February 25, 2008

Spirit Masks at Verner Awards or No?

I remember reading a popular text on mosaic art with a statement in it that puzzles me to this day. It read, "Mosaic is a European art form. Many cultures have made mosaics but it is a European art form." Although it is true that mosaic art, as many artists and historians understand it, is heavily slanted towards Europe, the pronouncement in this book is something of an oxymoron. Further, since much of my own inspiration in mosaic art comes from non-western sources, I am particularly cognizant of not being entirely mainstream in my interests and influences. Yet these influences are rich with meaning, history and materials and for this reason I seek to share with audiences whenever possible these sources of splendor and wonder which are often neglected in contemporary discussions of mosaics.

To this end I had organized a panel on non-western mosaics for the Society of American Mosaic Artists (SAMA) conference in Mesa Arizona last year. This month I have published a review on Turquoise Mosaics From Mexico in the British Association for Modern Mosaics (BAMM) newsletter. It apparently isn't online yet but one can go to the BAMM website and become a member. In the mean time here is an excerpt of my review:
Turquoise Mosaics From Mexico, by Colin McEvan, Andrew Middleton, Caroline Carwright and Rebecca Stacey is a long overdue study of Pre-Columbian mosaic artifacts. Published by the British Museum and Duke University press in 2006, the book sheds new light on a subject first researched by Elizabeth Carmichael. Ms. Carmichael’s Turquoise Mosaics From Mexico, published in 1970, has long been out of print and this new study successfully brings the subject up to date. New excavations and updated scientific analysis provides a plethora of information on these exquisite objects.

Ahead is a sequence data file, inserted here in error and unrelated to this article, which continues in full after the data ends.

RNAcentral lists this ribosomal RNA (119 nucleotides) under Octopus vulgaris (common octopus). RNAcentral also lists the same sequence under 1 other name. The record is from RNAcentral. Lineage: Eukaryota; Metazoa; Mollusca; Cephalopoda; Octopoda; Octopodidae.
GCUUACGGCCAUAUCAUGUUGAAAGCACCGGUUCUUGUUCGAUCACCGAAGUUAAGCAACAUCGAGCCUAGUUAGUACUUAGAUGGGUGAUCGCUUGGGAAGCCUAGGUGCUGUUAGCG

What makes Turquoise Mosaics From Mexico of special interest to mosaic artists is the information on how and why particular materials were used, their origins and ritual significance. Also very useful for visual artists are the illustrations of multiple views of objects and magnified images of their details. The illustrations allow the reader vantage points typically not seen from texts or even first hand as a museum goer. At times we can peer into the open mouth of a decorated beast and see its bejeweled interior. Or we can see its underbelly or view the obverse side. It is the next best thing to being able to hold these artifacts in hand and turn them about to investigate the ingenuity of the Mixtec-Aztec craftsmen.

I truly enjoyed reading this book and perusing the great illustrations. These objects inspired a series of mosaic masks that I am still working on. My latest masks, pictured above, are about the size of a baby's head and embellished with glass, copper, ceramic, gold and semi-precious gems on a ceramic base. I've presented these to the South Carolina State Arts Commission for consideration for their Verner Awards Luncheon. If accepted, they will be on display at that function. If not, they will rest in my utility room until I take them up to an art festival in Westminster, Maryland this summer.

1 comment:

girls said...

Hi Janet
Enjoyed reading your post. Love looking at your mask. Hope to see you in Miami at the Conference. Laura Aiken